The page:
Hey dog trainers. What is the difference between "Wait" and "Stay?"
This story comes from Cristy in Wyoming. I don't want to whine...but please send me your stories printed in
your email. I had a bear of a time getting this off the link.
It screwed up my page etc.
I don't want to become computer savvy enough to handle this.
Cut and paste.
Nothing else. Ever.
Now that I'm done being stern, this story really hit me. A green horse owner who still meets reality,
responsibility and (in my opinion) becoming horsaii head on.
Paint Me Navicular
I’m an amateur.
A 40 something mom new to horses, enjoying the learning process and watching my daughter
(now 11) become a surprisingly confident rider, and trying to keep up (I would like to be a
surprisingly confident rider too, but I’ve got a ways to go.)
This story begins with Dan - a 10 year old ranch paint who’s rancher had become old and sold
off the rest of the herd, keeping back Dan who was his favorite. The rancher realized that he
wouldn’t/couldn’t ride anymore, had no more grandkids to lead around, and parted with Dan.
(that sounds like a smarmy bunch of baloney, but I’m pretty sure it really went something like
He was our first ever horse, and Dan was everything the old boy said he was for a couple
of years. Made us laugh daily, taught our kids to trust and then to love horses, then began
wringing his tail at a trot and it went downhill from there. Navicular diagnosis, and a slow
downward spiral. “What do I do?” from panicky me... “You shop for a new horse.” from my
Tricky shoeing, supplements, injections, even trickier shoeing, ‘bute, more
‘bute, and finally acceptance, careful trimming and the constant opportunity for long laying-down
naps twice a day, which at the end seemed to be the only thing that really helped Dan feel better.
And thunderstorms, which made him buck like a movie-star horse, and then take an extra long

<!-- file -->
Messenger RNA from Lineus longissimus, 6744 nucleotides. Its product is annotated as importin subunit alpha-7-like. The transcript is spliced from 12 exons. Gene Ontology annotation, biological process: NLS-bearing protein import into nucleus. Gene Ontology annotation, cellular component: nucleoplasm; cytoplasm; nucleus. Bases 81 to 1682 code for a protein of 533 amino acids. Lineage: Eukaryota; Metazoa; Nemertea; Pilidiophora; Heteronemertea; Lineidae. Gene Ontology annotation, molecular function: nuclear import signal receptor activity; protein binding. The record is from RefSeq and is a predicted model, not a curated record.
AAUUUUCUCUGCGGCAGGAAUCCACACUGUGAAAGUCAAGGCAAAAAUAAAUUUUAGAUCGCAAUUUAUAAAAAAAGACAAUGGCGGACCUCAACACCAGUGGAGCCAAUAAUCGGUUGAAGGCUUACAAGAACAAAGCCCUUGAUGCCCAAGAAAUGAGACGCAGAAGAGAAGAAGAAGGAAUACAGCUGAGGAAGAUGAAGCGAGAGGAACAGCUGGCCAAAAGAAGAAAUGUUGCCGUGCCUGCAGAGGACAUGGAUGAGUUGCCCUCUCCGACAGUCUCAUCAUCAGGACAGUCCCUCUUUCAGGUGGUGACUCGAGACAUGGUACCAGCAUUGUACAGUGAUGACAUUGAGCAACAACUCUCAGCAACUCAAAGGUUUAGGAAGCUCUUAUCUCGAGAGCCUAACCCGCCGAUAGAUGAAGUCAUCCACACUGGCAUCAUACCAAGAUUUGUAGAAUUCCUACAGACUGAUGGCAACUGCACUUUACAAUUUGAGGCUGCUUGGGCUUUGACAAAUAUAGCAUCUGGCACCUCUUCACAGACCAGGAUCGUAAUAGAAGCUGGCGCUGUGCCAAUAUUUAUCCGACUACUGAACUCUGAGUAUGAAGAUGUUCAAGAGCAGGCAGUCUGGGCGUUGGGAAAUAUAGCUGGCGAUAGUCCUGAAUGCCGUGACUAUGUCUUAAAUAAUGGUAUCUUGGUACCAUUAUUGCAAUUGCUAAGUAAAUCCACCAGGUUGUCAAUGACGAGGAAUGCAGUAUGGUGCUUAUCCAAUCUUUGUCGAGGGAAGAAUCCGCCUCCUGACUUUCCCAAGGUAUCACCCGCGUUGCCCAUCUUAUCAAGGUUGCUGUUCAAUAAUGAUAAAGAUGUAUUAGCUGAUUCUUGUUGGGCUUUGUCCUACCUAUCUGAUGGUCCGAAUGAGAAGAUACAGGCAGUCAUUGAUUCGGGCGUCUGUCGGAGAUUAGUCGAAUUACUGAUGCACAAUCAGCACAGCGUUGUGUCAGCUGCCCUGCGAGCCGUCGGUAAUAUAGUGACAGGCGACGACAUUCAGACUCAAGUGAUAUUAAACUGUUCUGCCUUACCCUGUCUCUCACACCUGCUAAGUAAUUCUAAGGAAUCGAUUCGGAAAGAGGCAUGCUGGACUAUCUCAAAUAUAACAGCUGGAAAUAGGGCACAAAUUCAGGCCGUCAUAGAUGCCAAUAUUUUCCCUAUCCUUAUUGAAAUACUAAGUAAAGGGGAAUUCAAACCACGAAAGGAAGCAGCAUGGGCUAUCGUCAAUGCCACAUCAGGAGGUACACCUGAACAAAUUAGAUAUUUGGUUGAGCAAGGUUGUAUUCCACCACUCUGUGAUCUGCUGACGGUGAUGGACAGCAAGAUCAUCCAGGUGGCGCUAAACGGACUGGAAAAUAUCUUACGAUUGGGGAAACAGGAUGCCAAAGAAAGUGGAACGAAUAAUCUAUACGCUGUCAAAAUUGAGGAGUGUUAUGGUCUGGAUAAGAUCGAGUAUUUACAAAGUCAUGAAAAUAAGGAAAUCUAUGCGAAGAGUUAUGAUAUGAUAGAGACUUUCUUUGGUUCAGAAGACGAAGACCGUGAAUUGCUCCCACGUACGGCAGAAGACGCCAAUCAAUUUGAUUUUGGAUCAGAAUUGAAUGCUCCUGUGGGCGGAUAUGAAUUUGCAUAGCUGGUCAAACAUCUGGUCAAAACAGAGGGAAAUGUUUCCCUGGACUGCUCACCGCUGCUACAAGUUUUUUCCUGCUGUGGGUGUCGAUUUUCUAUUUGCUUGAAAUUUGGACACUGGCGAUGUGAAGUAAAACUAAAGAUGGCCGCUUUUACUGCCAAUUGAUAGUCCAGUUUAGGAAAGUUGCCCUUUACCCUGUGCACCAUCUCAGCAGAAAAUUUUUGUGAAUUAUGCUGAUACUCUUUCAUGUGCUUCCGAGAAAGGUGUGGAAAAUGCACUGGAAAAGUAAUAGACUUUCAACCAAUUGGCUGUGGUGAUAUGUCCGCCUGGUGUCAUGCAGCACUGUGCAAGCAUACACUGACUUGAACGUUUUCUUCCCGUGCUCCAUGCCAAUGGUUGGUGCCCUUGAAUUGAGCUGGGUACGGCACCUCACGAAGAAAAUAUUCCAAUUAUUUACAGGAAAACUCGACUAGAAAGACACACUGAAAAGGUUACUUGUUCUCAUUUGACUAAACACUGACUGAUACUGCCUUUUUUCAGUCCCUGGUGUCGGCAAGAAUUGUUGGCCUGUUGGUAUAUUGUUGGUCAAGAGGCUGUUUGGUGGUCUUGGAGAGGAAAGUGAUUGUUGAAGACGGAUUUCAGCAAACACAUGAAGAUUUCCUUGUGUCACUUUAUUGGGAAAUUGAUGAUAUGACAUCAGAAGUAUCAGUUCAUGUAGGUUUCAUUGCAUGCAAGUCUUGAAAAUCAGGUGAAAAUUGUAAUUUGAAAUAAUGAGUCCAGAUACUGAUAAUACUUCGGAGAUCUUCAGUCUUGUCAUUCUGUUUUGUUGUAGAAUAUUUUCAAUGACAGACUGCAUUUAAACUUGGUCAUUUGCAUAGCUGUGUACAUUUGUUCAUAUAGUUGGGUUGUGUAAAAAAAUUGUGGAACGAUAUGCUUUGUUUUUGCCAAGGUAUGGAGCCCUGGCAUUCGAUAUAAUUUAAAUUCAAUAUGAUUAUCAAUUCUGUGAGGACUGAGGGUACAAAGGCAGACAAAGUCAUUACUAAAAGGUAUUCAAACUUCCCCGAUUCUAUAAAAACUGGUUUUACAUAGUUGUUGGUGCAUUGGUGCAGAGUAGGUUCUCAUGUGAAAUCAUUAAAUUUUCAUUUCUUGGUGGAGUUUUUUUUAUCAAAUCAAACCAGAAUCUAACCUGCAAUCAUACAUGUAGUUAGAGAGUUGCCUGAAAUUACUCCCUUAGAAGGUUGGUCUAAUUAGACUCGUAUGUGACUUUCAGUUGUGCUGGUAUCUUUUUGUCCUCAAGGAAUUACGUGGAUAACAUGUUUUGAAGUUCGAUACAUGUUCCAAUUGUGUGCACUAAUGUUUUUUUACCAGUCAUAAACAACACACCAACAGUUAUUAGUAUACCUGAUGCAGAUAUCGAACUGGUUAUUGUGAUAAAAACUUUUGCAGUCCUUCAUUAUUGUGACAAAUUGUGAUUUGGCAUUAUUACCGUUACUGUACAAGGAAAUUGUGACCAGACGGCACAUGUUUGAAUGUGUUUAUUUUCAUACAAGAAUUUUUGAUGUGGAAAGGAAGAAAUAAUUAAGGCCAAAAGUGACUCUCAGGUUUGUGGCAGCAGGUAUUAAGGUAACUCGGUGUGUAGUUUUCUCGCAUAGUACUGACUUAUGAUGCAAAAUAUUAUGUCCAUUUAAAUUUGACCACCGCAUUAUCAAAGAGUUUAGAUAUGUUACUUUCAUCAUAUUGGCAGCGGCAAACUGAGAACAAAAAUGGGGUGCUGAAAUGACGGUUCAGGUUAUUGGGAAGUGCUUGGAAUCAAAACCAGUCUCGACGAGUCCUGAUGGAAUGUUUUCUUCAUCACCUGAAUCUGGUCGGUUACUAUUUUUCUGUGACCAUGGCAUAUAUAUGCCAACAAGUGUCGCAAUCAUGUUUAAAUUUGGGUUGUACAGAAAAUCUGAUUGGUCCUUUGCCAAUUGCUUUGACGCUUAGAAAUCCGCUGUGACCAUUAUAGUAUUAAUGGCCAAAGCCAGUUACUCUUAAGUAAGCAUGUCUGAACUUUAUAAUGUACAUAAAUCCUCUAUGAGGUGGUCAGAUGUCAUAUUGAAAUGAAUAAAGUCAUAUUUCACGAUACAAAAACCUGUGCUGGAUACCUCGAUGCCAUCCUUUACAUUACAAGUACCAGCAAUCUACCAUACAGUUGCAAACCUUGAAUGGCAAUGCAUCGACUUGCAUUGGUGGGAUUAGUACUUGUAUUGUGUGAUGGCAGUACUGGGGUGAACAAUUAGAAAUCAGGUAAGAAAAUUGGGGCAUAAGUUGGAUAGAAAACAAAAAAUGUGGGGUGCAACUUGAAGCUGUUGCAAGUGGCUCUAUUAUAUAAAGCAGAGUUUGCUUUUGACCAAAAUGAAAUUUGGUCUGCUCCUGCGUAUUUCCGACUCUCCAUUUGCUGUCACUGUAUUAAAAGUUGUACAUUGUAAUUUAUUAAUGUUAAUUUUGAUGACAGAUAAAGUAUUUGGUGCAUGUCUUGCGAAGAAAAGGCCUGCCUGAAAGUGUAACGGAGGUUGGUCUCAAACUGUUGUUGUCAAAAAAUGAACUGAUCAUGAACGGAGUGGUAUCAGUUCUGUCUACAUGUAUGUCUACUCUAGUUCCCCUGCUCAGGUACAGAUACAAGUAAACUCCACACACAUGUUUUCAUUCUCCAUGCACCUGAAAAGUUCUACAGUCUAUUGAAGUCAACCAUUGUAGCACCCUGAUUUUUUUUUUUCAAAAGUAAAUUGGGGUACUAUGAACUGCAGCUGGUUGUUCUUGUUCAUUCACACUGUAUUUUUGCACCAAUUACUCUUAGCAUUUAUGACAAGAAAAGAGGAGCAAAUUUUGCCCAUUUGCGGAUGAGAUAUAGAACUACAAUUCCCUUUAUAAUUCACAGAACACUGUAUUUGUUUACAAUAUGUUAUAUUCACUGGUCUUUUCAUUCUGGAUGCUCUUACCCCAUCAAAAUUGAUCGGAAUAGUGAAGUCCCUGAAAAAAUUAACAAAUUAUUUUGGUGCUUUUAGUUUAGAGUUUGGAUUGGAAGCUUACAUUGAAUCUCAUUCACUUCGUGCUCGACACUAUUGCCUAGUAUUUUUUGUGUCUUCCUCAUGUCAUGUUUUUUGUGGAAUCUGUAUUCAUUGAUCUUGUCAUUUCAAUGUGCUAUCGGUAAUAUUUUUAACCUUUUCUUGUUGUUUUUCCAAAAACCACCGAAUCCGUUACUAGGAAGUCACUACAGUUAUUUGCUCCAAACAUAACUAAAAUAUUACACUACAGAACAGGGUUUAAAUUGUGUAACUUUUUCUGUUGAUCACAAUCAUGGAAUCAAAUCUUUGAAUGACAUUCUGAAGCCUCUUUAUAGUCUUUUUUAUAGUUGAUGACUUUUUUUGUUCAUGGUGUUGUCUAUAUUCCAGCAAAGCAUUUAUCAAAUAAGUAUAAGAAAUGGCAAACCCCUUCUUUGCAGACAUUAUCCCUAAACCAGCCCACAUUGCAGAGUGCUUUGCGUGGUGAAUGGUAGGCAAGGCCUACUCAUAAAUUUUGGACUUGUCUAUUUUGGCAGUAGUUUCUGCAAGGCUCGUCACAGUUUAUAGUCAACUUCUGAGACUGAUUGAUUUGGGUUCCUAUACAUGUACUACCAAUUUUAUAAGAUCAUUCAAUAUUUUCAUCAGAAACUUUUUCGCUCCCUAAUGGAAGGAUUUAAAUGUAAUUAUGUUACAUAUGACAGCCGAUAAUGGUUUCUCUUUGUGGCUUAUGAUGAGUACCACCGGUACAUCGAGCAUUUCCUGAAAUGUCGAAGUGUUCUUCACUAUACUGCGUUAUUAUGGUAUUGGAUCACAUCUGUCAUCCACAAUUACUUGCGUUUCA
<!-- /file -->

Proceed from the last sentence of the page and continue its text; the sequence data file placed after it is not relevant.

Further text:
laying down nap.
We loved Dan, and even though we only had a couple years of real use from
him, we devoted four more (expensive) years to prolonging his comfort and keeping his clownish
personality cheerful for our own selfish benefit, and because Dan really seemed to enjoy his life.
Eventually, it was clear that one more winter would be way too tough on him, we did what
seemed right, and at the not-too-ripe age of 16 Dan went to the meadow in the sky.
Fast forward through another good kid’s gelding in which more skills were learned and
confidence built, then to a “ready for a “real horse” ‘nother paint. In contrast to the heavy boned,
rangy and anvil-headed Dan, this was a petite little 14.2h dumpling with a silky smooth trot that
grandma could sit bareback. He had an adorable, youthful head, thick, curly white mane and
quiet demeanor. The old-school cowboy stressed that he was selling him as a “trail horse” and
let us know that he “sometimes pinned his ears”, but we were sure that he’d be a 4H kid’s
dream, and that his cinchyness and grumpy attitude would go away with some love and gentle
handling. (Did I mention we were green?) To some extent we were right - he learned to face up
politely, lost his ear-pinning at saddling, but was always reluctant to lope. More and more, he
found ways to make himself hard to ride for my little “I want to learn to ride an english saddle”